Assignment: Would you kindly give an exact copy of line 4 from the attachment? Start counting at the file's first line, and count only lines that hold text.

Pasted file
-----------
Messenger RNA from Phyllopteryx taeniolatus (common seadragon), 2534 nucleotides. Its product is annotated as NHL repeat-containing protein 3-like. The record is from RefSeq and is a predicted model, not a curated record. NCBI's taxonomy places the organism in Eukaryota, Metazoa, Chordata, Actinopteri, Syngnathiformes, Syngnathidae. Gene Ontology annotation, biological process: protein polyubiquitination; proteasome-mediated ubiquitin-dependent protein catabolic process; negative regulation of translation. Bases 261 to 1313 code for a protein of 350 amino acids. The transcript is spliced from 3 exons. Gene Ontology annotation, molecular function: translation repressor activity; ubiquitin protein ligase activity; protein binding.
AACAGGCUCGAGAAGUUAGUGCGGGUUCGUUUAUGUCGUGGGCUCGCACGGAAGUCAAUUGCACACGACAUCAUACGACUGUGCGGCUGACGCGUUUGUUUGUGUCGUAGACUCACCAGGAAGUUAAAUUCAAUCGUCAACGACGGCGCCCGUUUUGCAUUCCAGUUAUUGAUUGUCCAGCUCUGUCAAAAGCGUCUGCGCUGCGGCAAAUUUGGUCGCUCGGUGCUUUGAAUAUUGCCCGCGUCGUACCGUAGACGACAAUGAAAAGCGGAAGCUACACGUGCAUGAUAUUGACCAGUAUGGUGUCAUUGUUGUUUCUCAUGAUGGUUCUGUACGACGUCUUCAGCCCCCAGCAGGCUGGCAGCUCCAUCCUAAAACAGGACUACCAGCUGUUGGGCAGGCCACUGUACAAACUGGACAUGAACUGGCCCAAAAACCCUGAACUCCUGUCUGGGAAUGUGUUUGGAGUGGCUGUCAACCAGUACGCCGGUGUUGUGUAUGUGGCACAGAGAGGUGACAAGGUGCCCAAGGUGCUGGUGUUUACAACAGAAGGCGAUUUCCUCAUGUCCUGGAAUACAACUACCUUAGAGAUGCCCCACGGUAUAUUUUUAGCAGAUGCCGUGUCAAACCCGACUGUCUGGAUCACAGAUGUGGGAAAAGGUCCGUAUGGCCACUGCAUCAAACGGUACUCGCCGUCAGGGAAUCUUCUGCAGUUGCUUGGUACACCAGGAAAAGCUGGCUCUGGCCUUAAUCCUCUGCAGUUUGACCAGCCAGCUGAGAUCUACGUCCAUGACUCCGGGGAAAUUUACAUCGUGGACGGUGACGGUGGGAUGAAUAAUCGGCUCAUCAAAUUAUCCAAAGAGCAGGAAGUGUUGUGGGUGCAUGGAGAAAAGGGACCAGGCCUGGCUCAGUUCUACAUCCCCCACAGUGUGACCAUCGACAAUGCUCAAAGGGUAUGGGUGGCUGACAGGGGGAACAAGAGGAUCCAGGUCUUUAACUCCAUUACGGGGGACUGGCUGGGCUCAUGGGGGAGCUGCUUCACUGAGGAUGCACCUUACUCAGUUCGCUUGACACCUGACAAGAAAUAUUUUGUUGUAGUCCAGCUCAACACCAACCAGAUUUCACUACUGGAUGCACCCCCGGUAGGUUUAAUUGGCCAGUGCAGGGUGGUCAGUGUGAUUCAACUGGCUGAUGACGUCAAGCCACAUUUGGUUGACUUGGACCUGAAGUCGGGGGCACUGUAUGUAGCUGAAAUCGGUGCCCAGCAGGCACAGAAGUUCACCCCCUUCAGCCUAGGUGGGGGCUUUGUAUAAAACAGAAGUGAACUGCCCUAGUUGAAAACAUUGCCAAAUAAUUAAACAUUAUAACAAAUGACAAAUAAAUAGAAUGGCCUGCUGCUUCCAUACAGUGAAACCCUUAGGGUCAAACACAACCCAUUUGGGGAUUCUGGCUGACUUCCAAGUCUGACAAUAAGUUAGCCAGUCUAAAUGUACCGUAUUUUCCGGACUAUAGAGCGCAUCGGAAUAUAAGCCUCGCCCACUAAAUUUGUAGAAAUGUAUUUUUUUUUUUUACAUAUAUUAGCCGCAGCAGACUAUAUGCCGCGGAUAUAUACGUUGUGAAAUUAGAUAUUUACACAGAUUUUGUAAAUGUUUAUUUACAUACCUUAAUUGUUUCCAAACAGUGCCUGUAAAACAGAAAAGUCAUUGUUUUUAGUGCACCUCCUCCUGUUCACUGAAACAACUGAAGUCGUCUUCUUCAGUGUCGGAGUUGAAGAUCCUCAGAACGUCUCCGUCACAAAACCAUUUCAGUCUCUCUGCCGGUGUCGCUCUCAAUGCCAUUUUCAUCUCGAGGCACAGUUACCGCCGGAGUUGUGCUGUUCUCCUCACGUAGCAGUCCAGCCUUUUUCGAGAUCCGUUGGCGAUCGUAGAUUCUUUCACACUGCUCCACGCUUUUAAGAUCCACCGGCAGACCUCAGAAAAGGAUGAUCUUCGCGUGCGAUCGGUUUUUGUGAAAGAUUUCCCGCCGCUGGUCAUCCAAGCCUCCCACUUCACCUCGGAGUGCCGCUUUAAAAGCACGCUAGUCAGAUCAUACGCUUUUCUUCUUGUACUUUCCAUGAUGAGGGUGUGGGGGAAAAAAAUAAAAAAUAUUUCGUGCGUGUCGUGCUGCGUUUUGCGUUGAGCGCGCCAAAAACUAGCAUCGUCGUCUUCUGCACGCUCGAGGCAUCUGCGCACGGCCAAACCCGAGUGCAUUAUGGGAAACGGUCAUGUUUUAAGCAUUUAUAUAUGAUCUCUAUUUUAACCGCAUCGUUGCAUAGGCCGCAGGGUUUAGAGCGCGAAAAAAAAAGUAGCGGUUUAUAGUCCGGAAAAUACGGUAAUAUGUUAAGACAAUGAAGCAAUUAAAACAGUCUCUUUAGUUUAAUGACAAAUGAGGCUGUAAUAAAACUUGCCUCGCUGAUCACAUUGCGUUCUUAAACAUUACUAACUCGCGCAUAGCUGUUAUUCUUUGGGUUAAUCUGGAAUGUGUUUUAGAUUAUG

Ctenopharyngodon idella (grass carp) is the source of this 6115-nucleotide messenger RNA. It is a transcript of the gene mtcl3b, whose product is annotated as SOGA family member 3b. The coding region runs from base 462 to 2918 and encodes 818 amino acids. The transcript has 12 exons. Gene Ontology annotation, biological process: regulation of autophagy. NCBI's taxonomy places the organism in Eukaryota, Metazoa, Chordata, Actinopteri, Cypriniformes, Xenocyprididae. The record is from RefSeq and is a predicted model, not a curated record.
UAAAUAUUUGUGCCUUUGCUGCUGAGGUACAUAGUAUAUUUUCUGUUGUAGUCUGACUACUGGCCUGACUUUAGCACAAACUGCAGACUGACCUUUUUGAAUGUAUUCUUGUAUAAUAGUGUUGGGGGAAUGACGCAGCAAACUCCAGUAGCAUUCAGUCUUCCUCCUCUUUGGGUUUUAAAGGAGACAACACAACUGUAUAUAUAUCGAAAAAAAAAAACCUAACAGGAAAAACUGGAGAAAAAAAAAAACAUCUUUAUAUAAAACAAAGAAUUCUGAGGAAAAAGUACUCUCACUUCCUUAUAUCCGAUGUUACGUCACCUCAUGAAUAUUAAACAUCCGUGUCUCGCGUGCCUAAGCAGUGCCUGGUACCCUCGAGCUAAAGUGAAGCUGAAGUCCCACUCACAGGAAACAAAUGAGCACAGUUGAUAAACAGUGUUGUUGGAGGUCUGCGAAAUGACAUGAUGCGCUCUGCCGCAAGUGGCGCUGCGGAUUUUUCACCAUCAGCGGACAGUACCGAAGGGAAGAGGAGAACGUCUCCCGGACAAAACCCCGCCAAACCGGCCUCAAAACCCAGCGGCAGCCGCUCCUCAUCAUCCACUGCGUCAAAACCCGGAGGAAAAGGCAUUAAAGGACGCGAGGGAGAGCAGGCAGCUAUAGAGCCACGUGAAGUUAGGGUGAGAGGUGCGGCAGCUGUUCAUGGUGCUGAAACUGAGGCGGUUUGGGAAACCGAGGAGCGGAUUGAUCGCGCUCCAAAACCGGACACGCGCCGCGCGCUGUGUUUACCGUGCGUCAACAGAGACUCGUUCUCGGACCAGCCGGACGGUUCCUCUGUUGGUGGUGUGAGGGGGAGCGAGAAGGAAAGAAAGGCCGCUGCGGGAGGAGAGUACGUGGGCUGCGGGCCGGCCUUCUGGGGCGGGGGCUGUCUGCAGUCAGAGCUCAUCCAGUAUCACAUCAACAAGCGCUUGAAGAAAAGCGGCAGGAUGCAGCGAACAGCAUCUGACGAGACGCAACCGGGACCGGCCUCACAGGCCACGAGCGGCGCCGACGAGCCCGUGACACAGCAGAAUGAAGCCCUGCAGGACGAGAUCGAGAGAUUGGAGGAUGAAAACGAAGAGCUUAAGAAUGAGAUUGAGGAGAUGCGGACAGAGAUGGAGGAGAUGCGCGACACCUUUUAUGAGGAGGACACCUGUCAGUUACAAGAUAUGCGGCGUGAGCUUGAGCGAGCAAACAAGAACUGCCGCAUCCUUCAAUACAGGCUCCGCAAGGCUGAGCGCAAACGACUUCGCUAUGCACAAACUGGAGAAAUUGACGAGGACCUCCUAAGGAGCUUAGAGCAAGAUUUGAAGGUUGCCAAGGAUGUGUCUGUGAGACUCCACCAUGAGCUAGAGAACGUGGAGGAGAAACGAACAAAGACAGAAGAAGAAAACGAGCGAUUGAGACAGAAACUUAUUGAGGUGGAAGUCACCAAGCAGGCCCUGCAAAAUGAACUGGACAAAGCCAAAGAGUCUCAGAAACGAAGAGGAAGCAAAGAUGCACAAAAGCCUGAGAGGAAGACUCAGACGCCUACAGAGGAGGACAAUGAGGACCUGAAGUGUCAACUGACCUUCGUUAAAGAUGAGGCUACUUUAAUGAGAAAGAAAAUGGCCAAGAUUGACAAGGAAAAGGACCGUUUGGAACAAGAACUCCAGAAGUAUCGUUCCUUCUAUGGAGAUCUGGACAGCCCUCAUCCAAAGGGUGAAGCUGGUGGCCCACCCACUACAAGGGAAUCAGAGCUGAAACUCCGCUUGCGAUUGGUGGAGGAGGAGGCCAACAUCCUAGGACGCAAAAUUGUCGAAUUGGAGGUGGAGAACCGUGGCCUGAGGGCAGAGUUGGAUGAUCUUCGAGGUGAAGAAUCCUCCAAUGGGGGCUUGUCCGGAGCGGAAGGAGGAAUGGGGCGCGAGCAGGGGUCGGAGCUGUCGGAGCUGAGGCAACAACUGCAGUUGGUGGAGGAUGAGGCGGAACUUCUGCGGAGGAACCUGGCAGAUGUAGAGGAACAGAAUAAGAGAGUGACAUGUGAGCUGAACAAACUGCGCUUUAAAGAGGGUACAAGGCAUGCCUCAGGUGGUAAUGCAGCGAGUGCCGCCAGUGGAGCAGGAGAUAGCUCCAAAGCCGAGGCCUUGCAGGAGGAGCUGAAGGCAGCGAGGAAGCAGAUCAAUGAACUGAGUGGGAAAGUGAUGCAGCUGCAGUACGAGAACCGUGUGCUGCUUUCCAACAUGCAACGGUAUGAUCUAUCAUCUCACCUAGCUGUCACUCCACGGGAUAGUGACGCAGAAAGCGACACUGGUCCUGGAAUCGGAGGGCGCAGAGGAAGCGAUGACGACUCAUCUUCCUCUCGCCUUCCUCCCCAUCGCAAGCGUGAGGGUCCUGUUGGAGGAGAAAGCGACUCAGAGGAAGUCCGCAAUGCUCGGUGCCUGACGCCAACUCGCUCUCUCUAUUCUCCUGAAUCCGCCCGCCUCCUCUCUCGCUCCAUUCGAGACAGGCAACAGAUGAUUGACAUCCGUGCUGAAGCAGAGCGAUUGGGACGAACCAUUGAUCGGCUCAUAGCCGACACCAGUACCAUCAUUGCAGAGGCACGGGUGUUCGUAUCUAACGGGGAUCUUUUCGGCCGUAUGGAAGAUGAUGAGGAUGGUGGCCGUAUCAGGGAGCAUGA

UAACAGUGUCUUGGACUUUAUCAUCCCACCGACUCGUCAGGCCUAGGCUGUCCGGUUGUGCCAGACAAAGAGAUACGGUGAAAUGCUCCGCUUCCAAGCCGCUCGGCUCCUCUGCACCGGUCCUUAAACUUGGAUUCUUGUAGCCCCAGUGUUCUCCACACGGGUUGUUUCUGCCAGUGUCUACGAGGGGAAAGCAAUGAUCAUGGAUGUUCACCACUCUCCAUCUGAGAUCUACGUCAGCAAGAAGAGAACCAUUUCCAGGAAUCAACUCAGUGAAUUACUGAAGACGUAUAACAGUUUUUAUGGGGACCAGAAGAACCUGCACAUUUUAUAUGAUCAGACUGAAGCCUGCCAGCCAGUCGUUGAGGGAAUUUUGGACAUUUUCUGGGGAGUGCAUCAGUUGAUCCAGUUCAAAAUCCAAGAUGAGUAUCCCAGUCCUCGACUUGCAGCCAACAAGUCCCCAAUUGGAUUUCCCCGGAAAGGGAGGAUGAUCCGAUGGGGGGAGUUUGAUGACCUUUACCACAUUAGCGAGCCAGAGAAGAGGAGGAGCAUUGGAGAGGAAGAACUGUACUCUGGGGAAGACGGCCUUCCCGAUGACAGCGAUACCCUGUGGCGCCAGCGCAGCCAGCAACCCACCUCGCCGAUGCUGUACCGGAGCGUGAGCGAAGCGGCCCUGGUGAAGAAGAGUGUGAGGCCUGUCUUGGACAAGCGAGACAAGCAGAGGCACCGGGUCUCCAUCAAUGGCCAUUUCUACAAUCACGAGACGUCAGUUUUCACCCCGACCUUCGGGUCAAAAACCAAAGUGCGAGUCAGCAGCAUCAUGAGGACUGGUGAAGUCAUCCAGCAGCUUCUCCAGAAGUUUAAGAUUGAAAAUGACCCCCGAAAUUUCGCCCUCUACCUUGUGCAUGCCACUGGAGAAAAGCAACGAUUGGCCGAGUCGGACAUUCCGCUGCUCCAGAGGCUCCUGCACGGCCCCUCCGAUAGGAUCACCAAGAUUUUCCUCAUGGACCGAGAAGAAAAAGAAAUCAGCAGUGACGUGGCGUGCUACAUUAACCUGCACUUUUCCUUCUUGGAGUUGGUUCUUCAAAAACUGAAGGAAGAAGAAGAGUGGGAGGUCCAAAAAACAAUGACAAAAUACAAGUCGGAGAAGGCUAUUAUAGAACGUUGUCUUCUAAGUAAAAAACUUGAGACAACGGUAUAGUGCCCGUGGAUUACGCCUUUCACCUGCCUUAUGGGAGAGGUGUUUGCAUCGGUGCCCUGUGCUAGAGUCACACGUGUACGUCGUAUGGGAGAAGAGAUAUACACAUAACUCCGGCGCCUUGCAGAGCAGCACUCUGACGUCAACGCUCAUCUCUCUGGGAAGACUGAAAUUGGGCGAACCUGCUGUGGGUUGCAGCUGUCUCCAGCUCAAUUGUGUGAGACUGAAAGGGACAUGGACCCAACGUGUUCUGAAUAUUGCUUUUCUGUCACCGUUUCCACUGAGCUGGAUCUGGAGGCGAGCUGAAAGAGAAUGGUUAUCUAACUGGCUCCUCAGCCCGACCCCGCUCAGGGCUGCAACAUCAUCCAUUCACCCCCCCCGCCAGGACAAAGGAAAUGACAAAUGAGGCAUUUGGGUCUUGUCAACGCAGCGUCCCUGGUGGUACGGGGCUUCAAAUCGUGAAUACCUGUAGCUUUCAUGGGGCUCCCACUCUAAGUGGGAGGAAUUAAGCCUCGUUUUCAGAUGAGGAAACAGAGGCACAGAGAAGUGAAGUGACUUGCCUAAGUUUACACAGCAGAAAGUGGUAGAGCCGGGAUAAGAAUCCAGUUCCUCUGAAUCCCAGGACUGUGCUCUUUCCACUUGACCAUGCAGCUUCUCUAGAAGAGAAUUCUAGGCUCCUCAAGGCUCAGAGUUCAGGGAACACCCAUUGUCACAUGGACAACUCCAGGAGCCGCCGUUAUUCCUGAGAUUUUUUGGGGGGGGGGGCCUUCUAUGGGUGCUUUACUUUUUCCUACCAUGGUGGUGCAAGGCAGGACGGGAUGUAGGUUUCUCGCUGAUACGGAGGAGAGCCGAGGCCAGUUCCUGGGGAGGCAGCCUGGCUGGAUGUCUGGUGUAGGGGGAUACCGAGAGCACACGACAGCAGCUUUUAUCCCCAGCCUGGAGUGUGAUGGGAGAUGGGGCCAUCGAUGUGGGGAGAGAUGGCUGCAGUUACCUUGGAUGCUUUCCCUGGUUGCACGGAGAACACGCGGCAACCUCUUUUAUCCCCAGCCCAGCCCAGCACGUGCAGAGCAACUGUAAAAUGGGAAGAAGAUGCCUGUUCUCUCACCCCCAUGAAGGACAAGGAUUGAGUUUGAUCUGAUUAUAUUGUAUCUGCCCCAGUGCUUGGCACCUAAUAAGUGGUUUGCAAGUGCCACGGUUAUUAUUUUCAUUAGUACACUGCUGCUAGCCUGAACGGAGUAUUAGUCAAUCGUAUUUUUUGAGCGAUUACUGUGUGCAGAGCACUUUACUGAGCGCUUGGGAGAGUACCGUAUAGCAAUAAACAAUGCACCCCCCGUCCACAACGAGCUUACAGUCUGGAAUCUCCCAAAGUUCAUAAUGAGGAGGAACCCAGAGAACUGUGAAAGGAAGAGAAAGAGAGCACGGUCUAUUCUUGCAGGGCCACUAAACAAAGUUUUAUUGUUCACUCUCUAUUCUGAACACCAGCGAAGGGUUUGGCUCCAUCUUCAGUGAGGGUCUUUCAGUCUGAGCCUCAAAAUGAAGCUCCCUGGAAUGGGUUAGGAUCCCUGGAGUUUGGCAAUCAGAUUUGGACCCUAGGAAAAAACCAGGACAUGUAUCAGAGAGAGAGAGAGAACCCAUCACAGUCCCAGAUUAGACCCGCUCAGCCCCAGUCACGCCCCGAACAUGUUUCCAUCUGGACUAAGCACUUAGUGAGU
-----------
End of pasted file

UAAAUAUUUGUGCCUUUGCUGCUGAGGUACAUAGUAUAUUUUCUGUUGUAGUCUGACUACUGGCCUGACUUUAGCACAAACUGCAGACUGACCUUUUUGAAUGUAUUCUUGUAUAAUAGUGUUGGGGGAAUGACGCAGCAAACUCCAGUAGCAUUCAGUCUUCCUCCUCUUUGGGUUUUAAAGGAGACAACACAACUGUAUAUAUAUCGAAAAAAAAAAACCUAACAGGAAAAACUGGAGAAAAAAAAAAACAUCUUUAUAUAAAACAAAGAAUUCUGAGGAAAAAGUACUCUCACUUCCUUAUAUCCGAUGUUACGUCACCUCAUGAAUAUUAAACAUCCGUGUCUCGCGUGCCUAAGCAGUGCCUGGUACCCUCGAGCUAAAGUGAAGCUGAAGUCCCACUCACAGGAAACAAAUGAGCACAGUUGAUAAACAGUGUUGUUGGAGGUCUGCGAAAUGACAUGAUGCGCUCUGCCGCAAGUGGCGCUGCGGAUUUUUCACCAUCAGCGGACAGUACCGAAGGGAAGAGGAGAACGUCUCCCGGACAAAACCCCGCCAAACCGGCCUCAAAACCCAGCGGCAGCCGCUCCUCAUCAUCCACUGCGUCAAAACCCGGAGGAAAAGGCAUUAAAGGACGCGAGGGAGAGCAGGCAGCUAUAGAGCCACGUGAAGUUAGGGUGAGAGGUGCGGCAGCUGUUCAUGGUGCUGAAACUGAGGCGGUUUGGGAAACCGAGGAGCGGAUUGAUCGCGCUCCAAAACCGGACACGCGCCGCGCGCUGUGUUUACCGUGCGUCAACAGAGACUCGUUCUCGGACCAGCCGGACGGUUCCUCUGUUGGUGGUGUGAGGGGGAGCGAGAAGGAAAGAAAGGCCGCUGCGGGAGGAGAGUACGUGGGCUGCGGGCCGGCCUUCUGGGGCGGGGGCUGUCUGCAGUCAGAGCUCAUCCAGUAUCACAUCAACAAGCGCUUGAAGAAAAGCGGCAGGAUGCAGCGAACAGCAUCUGACGAGACGCAACCGGGACCGGCCUCACAGGCCACGAGCGGCGCCGACGAGCCCGUGACACAGCAGAAUGAAGCCCUGCAGGACGAGAUCGAGAGAUUGGAGGAUGAAAACGAAGAGCUUAAGAAUGAGAUUGAGGAGAUGCGGACAGAGAUGGAGGAGAUGCGCGACACCUUUUAUGAGGAGGACACCUGUCAGUUACAAGAUAUGCGGCGUGAGCUUGAGCGAGCAAACAAGAACUGCCGCAUCCUUCAAUACAGGCUCCGCAAGGCUGAGCGCAAACGACUUCGCUAUGCACAAACUGGAGAAAUUGACGAGGACCUCCUAAGGAGCUUAGAGCAAGAUUUGAAGGUUGCCAAGGAUGUGUCUGUGAGACUCCACCAUGAGCUAGAGAACGUGGAGGAGAAACGAACAAAGACAGAAGAAGAAAACGAGCGAUUGAGACAGAAACUUAUUGAGGUGGAAGUCACCAAGCAGGCCCUGCAAAAUGAACUGGACAAAGCCAAAGAGUCUCAGAAACGAAGAGGAAGCAAAGAUGCACAAAAGCCUGAGAGGAAGACUCAGACGCCUACAGAGGAGGACAAUGAGGACCUGAAGUGUCAACUGACCUUCGUUAAAGAUGAGGCUACUUUAAUGAGAAAGAAAAUGGCCAAGAUUGACAAGGAAAAGGACCGUUUGGAACAAGAACUCCAGAAGUAUCGUUCCUUCUAUGGAGAUCUGGACAGCCCUCAUCCAAAGGGUGAAGCUGGUGGCCCACCCACUACAAGGGAAUCAGAGCUGAAACUCCGCUUGCGAUUGGUGGAGGAGGAGGCCAACAUCCUAGGACGCAAAAUUGUCGAAUUGGAGGUGGAGAACCGUGGCCUGAGGGCAGAGUUGGAUGAUCUUCGAGGUGAAGAAUCCUCCAAUGGGGGCUUGUCCGGAGCGGAAGGAGGAAUGGGGCGCGAGCAGGGGUCGGAGCUGUCGGAGCUGAGGCAACAACUGCAGUUGGUGGAGGAUGAGGCGGAACUUCUGCGGAGGAACCUGGCAGAUGUAGAGGAACAGAAUAAGAGAGUGACAUGUGAGCUGAACAAACUGCGCUUUAAAGAGGGUACAAGGCAUGCCUCAGGUGGUAAUGCAGCGAGUGCCGCCAGUGGAGCAGGAGAUAGCUCCAAAGCCGAGGCCUUGCAGGAGGAGCUGAAGGCAGCGAGGAAGCAGAUCAAUGAACUGAGUGGGAAAGUGAUGCAGCUGCAGUACGAGAACCGUGUGCUGCUUUCCAACAUGCAACGGUAUGAUCUAUCAUCUCACCUAGCUGUCACUCCACGGGAUAGUGACGCAGAAAGCGACACUGGUCCUGGAAUCGGAGGGCGCAGAGGAAGCGAUGACGACUCAUCUUCCUCUCGCCUUCCUCCCCAUCGCAAGCGUGAGGGUCCUGUUGGAGGAGAAAGCGACUCAGAGGAAGUCCGCAAUGCUCGGUGCCUGACGCCAACUCGCUCUCUCUAUUCUCCUGAAUCCGCCCGCCUCCUCUCUCGCUCCAUUCGAGACAGGCAACAGAUGAUUGACAUCCGUGCUGAAGCAGAGCGAUUGGGACGAACCAUUGAUCGGCUCAUAGCCGACACCAGUACCAUCAUUGCAGAGGCACGGGUGUUCGUAUCUAACGGGGAUCUUUUCGGCCGUAUGGAAGAUGAUGAGGAUGGUGGCCGUAUCAGGGAGCAUGA